24.04.2024 | Working on the right kind of energy problems

Learning by doing

Thomas Hamfelt (32), Senior Data Scientist, and Ingvi Thorkelsson (34), Portfolio Operations Manager at Axpo Sverige AB, are hard at work developing innovative energy solutions in the constantly evolving Nordics market. In this interview, they share their professional stories, talk about their day-to-day roles, and discuss the challenges of providing ancillary services to advance the energy transition.  

 

Let’s talk about your background.

Thomas (T): I was born and raised here in Malmö and studied business at Copenhagen business school. After that, I wanted to do something a bit more technical, so I went back to Sweden, enrolled in a statistics programme, and ended up doing my Master’s thesis with Axpo.

Ingvi (I): Born and raised in Iceland until 17 years of age, I went to international school in Norway and then on to Lund in Sweden for bachelor’s and master’s degrees in mechanical engineering. I was focused on power plant technology from the beginning and realised that to make a difference you have to make an impact on how we use energy. So I specialised in energy utilisation. I wrote my MA thesis with a local energy company in Landskrona, where I worked for six years in different roles. Then I joined another municipal energy company, as a business developer focusing on flexibility.

 

How did you come across Axpo?

T: It started with a phone call. As I was finishing my MSc in Lund I planned to write my thesis on artificial intelligence with one of the big Nordic banks. It was one week before Christmas when, due to an unexpected reorganisation, I had to find a plan B. I recalled an earlier course on power markets and so I basically googled ‘power trading Malmö’ and Axpo popped up. While I was a bit sceptical at first, I did some research and cold-called the company. I was invited to speak to the managing director and the physical trading desk colleagues and in no time at all I had an agreement to work 50% of my time for Axpo, as of January 2020, while writing my thesis during the other 50%. It’s something I’m very grateful for. My personal takeaway is that chances multiply as you seize them.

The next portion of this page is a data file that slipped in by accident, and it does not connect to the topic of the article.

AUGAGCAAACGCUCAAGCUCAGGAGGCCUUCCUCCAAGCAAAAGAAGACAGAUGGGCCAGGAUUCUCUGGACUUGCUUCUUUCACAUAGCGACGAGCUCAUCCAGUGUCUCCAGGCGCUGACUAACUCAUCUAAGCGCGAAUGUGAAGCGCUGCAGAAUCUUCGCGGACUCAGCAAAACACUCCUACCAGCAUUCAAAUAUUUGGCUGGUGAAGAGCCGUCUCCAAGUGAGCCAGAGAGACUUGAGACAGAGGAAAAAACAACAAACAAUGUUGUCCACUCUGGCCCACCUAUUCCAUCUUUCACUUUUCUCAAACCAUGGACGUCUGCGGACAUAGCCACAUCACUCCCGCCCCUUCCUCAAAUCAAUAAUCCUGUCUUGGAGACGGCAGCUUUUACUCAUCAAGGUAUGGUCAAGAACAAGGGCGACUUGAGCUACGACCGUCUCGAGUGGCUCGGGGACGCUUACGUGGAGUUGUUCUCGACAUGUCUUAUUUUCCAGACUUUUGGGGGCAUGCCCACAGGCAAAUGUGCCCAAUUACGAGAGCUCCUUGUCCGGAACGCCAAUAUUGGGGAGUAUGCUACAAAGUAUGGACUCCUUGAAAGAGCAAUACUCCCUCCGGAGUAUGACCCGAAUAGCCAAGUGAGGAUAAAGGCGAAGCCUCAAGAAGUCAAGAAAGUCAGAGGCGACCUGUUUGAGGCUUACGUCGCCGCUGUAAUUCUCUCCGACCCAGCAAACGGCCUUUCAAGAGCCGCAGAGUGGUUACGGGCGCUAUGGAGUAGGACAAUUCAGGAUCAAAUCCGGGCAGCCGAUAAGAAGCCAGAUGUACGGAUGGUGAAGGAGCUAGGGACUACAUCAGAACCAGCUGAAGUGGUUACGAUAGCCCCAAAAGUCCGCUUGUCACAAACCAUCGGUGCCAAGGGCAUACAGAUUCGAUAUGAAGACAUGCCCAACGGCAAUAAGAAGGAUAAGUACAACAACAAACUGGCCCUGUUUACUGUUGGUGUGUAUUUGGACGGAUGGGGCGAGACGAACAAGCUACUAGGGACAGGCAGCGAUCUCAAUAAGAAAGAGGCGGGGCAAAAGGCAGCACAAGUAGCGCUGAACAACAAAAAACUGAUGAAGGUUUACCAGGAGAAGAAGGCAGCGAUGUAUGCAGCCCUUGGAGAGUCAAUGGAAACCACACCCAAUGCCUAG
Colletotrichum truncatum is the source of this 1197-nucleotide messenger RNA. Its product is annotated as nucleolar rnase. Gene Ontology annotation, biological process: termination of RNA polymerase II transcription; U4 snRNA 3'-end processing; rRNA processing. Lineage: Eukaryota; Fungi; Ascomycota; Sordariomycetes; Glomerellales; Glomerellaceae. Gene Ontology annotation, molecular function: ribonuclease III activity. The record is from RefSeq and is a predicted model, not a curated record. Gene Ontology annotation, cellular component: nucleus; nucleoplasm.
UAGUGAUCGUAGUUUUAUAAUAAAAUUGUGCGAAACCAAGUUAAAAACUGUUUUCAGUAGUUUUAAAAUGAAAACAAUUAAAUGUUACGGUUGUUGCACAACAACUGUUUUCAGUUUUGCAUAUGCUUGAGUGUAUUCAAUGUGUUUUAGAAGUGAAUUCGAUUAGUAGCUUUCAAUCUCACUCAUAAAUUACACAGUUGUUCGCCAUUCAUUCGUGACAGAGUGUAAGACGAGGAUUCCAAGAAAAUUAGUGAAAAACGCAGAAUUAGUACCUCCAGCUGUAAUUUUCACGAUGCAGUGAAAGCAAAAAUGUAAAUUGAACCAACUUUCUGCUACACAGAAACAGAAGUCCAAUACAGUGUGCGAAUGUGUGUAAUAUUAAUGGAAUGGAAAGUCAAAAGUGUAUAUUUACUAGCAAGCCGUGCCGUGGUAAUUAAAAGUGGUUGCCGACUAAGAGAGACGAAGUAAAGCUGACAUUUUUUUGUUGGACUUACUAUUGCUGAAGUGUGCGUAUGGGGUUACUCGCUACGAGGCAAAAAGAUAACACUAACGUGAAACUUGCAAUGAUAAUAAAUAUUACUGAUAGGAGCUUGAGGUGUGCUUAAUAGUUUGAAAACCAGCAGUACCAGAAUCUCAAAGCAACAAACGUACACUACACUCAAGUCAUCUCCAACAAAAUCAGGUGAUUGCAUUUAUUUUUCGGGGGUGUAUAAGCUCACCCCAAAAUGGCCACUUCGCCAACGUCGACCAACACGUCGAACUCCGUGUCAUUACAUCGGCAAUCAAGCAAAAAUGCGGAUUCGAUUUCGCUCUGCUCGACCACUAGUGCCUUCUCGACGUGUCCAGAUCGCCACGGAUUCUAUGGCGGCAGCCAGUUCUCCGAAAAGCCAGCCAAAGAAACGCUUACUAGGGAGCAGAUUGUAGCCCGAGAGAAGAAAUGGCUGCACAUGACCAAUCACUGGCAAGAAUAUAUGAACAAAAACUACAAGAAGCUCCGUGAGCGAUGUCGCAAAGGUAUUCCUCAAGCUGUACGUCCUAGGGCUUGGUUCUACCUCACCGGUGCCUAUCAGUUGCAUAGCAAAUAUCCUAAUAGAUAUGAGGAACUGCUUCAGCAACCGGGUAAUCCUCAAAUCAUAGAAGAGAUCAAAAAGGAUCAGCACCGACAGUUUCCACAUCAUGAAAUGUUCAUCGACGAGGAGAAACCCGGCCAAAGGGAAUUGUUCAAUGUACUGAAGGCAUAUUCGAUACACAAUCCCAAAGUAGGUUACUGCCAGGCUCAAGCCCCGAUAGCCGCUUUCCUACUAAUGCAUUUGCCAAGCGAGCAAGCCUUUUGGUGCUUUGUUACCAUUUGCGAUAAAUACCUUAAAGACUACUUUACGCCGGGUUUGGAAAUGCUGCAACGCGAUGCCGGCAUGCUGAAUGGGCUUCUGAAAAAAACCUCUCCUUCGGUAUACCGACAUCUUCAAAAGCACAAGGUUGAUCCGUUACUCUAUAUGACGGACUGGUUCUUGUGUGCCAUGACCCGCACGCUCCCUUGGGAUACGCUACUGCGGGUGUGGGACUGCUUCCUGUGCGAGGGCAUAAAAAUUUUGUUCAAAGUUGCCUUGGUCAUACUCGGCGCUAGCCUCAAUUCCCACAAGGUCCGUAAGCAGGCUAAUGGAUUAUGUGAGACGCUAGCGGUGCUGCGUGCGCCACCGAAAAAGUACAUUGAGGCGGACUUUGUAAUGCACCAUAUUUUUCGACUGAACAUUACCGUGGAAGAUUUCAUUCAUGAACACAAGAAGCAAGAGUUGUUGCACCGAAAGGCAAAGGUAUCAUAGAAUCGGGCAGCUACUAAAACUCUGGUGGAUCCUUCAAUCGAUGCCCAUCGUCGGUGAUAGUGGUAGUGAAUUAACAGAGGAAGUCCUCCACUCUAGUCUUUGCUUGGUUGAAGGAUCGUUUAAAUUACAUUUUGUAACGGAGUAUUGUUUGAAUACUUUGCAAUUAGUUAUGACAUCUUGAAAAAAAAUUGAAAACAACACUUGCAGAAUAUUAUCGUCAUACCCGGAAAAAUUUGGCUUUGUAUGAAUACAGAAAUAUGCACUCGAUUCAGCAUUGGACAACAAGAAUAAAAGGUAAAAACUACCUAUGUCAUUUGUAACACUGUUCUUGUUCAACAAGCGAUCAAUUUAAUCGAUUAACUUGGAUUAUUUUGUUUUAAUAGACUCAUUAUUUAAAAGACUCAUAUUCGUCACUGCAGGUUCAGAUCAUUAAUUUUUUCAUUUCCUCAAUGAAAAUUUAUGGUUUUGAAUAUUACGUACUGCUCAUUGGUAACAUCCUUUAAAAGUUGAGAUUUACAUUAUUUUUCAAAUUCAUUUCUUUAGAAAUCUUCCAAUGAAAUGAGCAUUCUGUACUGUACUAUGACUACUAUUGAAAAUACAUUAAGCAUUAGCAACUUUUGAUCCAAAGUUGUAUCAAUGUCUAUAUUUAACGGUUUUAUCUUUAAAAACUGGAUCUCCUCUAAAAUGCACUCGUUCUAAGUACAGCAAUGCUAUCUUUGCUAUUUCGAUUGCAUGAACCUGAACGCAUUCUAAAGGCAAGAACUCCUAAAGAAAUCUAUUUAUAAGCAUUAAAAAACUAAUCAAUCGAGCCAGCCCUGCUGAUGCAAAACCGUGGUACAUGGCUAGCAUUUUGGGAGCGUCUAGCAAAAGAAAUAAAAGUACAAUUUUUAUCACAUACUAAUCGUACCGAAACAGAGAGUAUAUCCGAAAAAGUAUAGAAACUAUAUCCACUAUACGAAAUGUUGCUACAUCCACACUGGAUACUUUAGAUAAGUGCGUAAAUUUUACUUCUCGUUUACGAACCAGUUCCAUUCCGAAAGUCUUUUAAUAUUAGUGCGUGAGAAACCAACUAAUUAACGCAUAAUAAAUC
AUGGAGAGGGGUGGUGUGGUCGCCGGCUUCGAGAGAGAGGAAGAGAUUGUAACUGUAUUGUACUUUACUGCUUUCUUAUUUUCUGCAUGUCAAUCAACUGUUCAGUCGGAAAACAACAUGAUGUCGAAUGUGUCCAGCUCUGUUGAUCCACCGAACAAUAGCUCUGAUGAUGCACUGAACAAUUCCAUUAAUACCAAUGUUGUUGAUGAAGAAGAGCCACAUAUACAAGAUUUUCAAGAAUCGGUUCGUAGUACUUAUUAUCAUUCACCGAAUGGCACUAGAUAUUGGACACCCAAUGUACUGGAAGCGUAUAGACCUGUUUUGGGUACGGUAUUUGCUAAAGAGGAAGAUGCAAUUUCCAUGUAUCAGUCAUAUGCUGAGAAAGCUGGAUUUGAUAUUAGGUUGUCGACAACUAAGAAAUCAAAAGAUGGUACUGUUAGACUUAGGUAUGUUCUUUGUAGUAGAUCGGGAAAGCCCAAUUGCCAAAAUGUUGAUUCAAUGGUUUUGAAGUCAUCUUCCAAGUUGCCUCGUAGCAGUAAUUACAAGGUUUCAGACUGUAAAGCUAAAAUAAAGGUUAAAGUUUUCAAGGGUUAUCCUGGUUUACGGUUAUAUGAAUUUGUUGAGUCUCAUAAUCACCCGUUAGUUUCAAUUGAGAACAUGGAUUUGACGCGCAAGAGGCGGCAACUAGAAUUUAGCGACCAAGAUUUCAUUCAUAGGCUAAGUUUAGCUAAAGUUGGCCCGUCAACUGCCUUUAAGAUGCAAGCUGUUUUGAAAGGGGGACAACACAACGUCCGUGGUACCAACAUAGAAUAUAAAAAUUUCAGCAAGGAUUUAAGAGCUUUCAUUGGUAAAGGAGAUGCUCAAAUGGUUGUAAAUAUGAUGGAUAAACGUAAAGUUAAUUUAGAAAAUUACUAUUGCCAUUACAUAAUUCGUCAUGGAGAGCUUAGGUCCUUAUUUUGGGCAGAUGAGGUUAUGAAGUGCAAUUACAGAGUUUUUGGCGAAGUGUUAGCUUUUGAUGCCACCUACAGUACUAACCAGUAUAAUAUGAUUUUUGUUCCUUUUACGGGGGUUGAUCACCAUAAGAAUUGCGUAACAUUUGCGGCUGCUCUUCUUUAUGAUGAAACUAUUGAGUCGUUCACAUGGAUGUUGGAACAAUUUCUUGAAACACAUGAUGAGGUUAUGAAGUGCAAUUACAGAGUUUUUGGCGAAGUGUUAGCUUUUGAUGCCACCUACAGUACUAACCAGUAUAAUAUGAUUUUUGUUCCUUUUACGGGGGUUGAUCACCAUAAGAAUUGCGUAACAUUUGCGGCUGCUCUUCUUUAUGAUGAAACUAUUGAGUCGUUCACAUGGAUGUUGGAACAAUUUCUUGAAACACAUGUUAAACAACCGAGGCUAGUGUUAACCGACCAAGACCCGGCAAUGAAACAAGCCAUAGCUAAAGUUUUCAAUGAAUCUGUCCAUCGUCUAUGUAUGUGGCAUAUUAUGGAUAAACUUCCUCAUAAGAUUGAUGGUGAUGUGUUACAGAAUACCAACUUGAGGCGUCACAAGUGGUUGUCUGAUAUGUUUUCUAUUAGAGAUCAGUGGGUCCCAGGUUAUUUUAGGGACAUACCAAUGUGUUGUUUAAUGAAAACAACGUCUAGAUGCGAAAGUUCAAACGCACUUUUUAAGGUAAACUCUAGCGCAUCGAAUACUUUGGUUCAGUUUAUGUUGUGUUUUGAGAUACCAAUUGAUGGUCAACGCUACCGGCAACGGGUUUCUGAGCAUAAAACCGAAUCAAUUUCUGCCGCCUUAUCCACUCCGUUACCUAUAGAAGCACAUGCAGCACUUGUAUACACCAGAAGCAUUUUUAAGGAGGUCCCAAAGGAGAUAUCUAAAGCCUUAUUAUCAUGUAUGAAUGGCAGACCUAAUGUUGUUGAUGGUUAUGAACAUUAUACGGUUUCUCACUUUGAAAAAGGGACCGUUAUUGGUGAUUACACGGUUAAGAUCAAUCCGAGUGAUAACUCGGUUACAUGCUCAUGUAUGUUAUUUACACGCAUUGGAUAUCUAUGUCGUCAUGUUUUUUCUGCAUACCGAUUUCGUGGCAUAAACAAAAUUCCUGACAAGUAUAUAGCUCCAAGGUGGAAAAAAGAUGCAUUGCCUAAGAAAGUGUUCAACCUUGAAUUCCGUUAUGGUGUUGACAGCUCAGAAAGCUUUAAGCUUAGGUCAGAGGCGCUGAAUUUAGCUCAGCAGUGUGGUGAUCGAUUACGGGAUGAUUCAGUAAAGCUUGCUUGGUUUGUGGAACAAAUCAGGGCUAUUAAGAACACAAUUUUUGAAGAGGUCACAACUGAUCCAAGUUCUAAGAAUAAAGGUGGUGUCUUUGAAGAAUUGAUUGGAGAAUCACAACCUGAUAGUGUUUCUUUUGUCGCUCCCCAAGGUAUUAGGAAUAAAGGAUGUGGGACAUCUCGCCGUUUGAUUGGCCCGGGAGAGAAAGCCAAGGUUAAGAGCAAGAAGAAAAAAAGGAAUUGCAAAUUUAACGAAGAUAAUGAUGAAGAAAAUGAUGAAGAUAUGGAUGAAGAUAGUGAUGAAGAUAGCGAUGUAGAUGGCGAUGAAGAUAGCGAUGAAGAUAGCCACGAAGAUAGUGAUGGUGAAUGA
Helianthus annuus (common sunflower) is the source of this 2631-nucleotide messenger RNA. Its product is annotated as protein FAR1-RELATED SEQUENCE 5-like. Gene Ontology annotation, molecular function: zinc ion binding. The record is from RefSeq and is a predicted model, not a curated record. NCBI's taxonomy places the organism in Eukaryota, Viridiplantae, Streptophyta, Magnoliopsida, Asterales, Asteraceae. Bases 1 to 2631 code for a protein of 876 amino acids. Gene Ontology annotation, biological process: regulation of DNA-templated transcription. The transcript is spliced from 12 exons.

I: I also joined Axpo through a phone call (laughs). I knew one of the originators, who was my mentor on a leadership programme. I was negotiating with another company and received a ‘let’s-talk-about-Axpo’ call.

 

Why did you opt for a career in the energy sector?

I: I’m a nature person. The spectacularly beautiful canyons where we did white water rafting in my home valley were about to be dammed and disappear beneath the water to produce more electricity. Hydro has amazing charateristics, but if we don’t have to destroy nature, let’s try not to. I started thinking about how much energy is wasted in Iceland, so my goal at the age of 13-14 was to work with renewable energy and find solutions to this problem. Turns out that it’s more about using energy smartly.